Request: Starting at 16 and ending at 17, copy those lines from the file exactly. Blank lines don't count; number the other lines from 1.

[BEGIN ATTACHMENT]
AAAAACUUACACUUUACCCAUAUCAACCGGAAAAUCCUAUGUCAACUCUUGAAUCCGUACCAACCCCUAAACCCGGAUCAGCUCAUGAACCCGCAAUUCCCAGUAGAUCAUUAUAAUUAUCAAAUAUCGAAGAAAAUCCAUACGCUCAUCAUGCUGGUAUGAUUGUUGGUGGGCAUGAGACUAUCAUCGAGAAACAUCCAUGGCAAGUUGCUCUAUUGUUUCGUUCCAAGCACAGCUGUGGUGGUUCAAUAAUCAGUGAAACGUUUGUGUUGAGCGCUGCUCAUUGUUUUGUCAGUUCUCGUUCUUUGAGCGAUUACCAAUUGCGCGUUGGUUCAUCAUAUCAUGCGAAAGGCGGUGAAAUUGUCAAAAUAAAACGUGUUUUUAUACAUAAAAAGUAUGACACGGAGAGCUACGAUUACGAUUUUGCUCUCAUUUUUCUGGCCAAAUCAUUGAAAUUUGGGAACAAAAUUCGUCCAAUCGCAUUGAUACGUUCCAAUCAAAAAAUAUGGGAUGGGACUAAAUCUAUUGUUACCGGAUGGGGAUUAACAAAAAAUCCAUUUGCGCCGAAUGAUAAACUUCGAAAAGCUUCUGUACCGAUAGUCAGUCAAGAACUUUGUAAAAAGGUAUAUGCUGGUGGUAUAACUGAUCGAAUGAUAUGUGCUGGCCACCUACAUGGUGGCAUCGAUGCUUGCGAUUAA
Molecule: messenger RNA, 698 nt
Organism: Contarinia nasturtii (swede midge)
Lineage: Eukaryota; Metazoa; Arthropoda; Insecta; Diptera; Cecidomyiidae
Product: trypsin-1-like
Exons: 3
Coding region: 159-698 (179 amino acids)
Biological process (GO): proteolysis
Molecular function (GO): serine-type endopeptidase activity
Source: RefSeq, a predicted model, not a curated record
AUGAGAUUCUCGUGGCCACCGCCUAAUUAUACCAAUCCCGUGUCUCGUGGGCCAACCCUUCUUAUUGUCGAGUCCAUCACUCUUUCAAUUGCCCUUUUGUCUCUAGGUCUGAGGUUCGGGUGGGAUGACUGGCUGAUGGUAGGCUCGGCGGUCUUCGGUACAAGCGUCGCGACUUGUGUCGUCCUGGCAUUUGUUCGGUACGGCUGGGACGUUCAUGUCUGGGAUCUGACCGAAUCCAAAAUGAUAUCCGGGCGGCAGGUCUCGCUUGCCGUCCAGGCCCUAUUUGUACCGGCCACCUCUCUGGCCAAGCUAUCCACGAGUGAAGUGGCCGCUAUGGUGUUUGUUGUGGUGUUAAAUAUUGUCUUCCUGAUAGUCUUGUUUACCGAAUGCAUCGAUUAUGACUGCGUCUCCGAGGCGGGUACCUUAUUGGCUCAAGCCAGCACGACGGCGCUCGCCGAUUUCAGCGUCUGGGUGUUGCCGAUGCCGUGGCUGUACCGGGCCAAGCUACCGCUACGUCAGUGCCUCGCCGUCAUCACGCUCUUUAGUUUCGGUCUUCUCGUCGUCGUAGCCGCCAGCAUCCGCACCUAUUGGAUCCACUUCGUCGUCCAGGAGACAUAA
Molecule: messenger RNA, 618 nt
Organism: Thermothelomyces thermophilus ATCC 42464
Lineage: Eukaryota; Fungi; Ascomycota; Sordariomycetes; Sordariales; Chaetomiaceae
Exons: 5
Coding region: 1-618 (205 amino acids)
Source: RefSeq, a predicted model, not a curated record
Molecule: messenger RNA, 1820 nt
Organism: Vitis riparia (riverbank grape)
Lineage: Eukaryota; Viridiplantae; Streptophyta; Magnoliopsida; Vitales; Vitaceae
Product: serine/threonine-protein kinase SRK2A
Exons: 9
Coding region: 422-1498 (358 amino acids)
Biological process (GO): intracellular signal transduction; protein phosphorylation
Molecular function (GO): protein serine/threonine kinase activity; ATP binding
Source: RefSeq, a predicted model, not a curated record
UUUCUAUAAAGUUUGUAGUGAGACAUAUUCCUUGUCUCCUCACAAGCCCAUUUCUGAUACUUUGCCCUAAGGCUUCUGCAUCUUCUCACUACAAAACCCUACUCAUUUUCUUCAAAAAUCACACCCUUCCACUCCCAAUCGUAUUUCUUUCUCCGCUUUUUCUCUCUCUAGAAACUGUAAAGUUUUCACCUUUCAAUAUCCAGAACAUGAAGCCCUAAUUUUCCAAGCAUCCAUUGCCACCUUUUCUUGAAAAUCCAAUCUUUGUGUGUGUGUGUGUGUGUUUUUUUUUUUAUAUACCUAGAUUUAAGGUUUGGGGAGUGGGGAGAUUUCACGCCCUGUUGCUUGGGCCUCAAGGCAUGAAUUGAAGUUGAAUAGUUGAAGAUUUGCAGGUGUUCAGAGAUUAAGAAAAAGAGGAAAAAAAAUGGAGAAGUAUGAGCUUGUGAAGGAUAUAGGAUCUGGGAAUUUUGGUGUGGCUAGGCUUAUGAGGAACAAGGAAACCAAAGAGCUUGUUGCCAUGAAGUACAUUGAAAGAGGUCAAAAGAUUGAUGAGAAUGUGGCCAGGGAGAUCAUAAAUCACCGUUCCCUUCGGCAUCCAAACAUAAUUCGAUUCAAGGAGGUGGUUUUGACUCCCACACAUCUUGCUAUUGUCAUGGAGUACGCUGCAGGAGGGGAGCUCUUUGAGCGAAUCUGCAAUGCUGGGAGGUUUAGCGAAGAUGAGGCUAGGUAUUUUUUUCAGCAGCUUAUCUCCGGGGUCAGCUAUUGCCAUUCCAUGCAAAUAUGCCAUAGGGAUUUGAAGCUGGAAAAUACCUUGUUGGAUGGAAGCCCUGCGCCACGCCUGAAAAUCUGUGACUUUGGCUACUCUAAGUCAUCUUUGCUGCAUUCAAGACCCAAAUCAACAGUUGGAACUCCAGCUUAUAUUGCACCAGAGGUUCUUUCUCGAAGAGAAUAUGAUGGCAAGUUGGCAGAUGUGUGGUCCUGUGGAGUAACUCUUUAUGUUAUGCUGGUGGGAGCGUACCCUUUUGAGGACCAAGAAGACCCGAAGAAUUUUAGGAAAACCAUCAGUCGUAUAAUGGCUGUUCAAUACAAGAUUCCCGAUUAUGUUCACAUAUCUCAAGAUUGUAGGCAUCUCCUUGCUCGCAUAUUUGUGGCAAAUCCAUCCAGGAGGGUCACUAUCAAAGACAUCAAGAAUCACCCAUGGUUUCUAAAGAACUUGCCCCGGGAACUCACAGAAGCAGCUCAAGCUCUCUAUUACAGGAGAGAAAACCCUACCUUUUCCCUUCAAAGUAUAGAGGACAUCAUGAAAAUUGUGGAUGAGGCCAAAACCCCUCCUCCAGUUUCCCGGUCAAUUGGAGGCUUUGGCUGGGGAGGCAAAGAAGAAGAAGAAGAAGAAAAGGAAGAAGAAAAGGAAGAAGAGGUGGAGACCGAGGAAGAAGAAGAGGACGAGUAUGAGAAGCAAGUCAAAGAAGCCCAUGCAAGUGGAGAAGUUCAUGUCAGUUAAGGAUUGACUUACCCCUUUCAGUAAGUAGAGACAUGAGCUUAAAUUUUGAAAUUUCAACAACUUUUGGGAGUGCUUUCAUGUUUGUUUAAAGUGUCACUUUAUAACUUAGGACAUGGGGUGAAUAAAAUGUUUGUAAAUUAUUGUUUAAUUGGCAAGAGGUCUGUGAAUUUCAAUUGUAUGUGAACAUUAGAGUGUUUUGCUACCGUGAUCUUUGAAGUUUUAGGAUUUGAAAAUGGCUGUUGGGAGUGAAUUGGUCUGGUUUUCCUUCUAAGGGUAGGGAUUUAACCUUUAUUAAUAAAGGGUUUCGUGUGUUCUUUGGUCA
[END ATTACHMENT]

Coding region: 1-618 (205 amino acids)
Source: RefSeq, a predicted model, not a curated record